Workshop 'Metamorphoses of life forms'


Transformations of organic forms in workshop'Jordnära konst för alla ('Earth art for all')
Naturum Getterön, Sweden, November, 2013

In this workshop we worked with stages of growth or decay. Participants moved from time to time some steps along a circle on the floor, and moulded a ball of clay adjacent to the organic form someone else made and left there just a moment ago, thus taking the unfolding process of growth or decayone step further. The images in the centre are from the late 19th and early 20th century: drawings by Ernst Haeckel and photographs by Karl Blossfeldt.


Earth Art, Earth Walk
National Park Kennemerduinen, Netherlands, June 2013

‘The universe is full of magical things patiently waiting for our wits to grow sharper’
Eden Phillpotts (English playwright), 1919

What happens when we seek to connect with the living world – not through pre-established scientific knowledge, but through an open-ended artful process? During this experiential course artist and teacher Jan van Boeckel joined Spring College. Together with Li An Phoa and Sarah Denie, he invited participants to explore the relationship of Art with Earth, through an open processes of creation. Jan invited the participants to engage with the living world and the moist, pasty substance that was below their feet and now in their hands: clay. Working the clay, they used their imagination to give shape to organic forms, expressing dynamic natural processes of germination, growth and decay.

At the beginning of the session, participants lay down in a circle and study the coverage of foliage above them. Silence and bird song, shade and light... The idea is that each participant starts at a certain clay ball, with three clay balls in-between her/him and the next participant. The participant starts to make an organic form there, expressive of a stage in growth or decay. The other participants do the same. After completing the form, the participants move along the circle, clockwise, and each moves to where someone else made a clay form, picks it up and attends to it carefully, and makes a new organic form, which takes the form that was left as starting point but develops it further. A new metamorphosed form comes into being. This rotating continues until all the clay balls have been moulded to sequential organic forms. When this is completed. From this we have a common dialogue about what people experienced and what they witness, observe, in the results.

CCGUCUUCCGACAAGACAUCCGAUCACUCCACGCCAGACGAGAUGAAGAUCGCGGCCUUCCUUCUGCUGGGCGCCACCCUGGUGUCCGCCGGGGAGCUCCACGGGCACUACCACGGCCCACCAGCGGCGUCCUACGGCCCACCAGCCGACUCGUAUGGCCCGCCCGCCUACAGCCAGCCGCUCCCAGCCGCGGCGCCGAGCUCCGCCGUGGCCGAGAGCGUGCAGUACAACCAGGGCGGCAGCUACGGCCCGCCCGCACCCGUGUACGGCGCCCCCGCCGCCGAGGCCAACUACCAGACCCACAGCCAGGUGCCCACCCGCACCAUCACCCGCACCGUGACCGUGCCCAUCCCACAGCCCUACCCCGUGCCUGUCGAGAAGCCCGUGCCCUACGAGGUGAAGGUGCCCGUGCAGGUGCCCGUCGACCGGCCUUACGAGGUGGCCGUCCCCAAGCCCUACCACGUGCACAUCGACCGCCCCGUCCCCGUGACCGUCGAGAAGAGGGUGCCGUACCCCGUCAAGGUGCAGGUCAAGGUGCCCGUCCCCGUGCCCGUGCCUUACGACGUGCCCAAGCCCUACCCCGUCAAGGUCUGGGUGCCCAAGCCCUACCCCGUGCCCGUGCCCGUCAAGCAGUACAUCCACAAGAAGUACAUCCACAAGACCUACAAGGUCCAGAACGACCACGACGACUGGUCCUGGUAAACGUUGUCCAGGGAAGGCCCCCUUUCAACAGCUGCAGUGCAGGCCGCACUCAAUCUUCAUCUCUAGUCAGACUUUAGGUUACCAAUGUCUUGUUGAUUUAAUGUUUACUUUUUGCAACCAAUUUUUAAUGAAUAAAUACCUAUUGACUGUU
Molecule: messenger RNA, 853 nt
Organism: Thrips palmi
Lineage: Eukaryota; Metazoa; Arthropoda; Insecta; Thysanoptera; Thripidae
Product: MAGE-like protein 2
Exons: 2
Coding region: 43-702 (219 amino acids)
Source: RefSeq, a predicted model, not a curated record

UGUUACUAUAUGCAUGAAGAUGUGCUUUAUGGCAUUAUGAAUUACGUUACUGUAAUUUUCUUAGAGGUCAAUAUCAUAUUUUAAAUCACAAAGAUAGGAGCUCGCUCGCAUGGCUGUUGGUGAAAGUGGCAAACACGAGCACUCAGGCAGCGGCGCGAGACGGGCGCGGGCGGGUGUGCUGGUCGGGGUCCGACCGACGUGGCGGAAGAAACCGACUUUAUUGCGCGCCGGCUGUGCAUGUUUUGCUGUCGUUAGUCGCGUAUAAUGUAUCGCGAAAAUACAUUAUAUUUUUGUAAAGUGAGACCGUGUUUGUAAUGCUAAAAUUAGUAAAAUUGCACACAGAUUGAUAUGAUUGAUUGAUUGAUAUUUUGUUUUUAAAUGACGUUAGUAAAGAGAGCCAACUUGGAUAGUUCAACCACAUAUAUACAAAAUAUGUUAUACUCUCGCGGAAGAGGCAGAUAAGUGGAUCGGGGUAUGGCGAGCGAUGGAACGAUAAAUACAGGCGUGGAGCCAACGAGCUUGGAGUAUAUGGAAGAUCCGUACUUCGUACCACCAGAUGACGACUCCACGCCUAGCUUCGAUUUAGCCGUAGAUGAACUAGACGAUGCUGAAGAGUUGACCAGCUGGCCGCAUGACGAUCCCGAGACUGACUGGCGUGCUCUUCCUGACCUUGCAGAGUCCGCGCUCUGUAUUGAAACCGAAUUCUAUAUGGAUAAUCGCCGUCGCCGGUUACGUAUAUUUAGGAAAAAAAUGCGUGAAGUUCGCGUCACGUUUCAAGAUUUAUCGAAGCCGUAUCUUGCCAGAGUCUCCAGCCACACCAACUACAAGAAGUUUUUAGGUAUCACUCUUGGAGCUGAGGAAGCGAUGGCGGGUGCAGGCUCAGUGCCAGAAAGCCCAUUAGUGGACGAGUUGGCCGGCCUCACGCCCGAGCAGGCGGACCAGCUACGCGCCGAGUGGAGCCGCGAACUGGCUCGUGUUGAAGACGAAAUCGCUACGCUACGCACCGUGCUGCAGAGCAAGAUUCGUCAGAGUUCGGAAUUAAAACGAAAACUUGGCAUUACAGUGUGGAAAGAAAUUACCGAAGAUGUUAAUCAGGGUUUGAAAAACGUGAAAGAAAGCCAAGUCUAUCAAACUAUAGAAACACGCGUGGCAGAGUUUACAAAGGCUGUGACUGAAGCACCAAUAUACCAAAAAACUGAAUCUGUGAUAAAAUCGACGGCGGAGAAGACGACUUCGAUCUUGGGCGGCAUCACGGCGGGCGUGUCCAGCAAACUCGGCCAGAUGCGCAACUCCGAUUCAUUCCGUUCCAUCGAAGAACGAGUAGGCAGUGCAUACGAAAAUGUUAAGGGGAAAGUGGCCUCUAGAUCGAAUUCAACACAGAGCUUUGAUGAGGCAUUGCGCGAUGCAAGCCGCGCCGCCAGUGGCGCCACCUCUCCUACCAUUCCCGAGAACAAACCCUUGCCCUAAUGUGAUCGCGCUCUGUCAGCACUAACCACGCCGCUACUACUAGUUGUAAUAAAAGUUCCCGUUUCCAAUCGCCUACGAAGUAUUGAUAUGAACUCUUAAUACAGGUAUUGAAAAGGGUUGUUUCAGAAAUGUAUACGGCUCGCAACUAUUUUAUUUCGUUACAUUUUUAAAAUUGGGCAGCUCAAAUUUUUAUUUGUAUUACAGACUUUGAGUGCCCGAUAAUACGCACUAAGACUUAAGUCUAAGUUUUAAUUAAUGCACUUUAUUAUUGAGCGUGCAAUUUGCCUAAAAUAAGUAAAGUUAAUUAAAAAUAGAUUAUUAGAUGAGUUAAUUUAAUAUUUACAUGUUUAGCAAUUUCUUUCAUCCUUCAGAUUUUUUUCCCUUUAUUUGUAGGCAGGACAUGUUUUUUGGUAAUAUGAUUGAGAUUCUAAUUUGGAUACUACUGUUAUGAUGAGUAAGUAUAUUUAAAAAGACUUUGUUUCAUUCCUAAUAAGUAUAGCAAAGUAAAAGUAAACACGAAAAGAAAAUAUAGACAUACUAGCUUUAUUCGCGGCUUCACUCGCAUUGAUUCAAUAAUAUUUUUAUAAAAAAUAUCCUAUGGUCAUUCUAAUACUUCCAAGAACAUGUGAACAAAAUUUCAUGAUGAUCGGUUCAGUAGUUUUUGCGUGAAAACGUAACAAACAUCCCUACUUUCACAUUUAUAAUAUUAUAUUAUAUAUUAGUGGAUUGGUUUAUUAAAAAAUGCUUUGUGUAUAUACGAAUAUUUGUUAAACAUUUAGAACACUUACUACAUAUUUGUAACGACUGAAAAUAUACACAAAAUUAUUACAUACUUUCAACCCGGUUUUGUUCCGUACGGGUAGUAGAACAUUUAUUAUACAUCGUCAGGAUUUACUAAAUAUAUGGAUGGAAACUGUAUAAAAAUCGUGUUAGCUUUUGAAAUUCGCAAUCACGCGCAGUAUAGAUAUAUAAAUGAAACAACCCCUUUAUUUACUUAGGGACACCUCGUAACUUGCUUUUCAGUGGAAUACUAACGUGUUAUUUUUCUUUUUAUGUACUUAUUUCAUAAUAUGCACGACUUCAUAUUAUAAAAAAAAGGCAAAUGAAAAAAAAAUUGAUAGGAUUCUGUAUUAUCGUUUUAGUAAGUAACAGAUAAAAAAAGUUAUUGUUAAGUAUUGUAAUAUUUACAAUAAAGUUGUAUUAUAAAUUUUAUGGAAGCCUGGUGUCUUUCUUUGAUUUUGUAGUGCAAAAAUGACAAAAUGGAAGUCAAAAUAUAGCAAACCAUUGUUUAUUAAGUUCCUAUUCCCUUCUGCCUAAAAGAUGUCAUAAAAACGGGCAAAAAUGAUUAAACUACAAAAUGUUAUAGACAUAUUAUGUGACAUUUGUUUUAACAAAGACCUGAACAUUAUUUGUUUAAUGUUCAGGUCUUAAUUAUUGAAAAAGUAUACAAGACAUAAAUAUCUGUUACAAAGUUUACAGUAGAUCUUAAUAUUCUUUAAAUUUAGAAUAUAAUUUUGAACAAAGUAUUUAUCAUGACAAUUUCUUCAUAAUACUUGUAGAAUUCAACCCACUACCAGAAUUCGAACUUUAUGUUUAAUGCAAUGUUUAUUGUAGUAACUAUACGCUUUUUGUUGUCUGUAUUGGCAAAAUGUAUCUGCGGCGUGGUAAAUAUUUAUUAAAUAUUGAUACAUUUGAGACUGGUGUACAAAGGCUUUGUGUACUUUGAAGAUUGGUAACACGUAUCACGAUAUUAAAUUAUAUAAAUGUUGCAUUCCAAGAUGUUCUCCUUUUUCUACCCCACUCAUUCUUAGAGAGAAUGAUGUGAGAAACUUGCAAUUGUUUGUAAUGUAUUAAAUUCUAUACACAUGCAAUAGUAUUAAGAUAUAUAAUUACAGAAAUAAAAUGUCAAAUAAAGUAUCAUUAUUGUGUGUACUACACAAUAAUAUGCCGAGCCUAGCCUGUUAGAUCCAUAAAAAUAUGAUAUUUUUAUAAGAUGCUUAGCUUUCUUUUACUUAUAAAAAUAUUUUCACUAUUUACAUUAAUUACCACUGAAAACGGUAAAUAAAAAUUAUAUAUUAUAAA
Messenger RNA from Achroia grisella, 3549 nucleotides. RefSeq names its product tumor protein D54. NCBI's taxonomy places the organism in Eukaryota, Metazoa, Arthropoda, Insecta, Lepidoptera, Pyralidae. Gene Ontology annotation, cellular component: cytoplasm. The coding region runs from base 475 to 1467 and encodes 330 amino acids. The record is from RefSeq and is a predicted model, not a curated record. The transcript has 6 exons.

One of us chose to make as a first form an object that expresses the open sky in-between the tall trees above - the blue air between the dark silhouettes of the trees...

The clay form that was expressive of the open space above, between the trees - the one on the far right - metamorphoses into a form in which the clay bits are the contours of an other in-between space, as each following participant continues and adds to the growing sequence. The whole session is done in silence.

Inside the nature centre, we look at the incredible photos of Karl Blossfeldt (made in the 1920's!) and look at seeds through magnifiers.

During the Earth walk

 Later, after a long hike (Earth Walk) with Li An Phoa as our guide, we gather in an open field and work with found natural forms. Using color pencils and crayons, we combine the seeds or leaves we picked up and try to depict them enormously magnified, and combined with motives of the black-and-white images of Blossfeldt.


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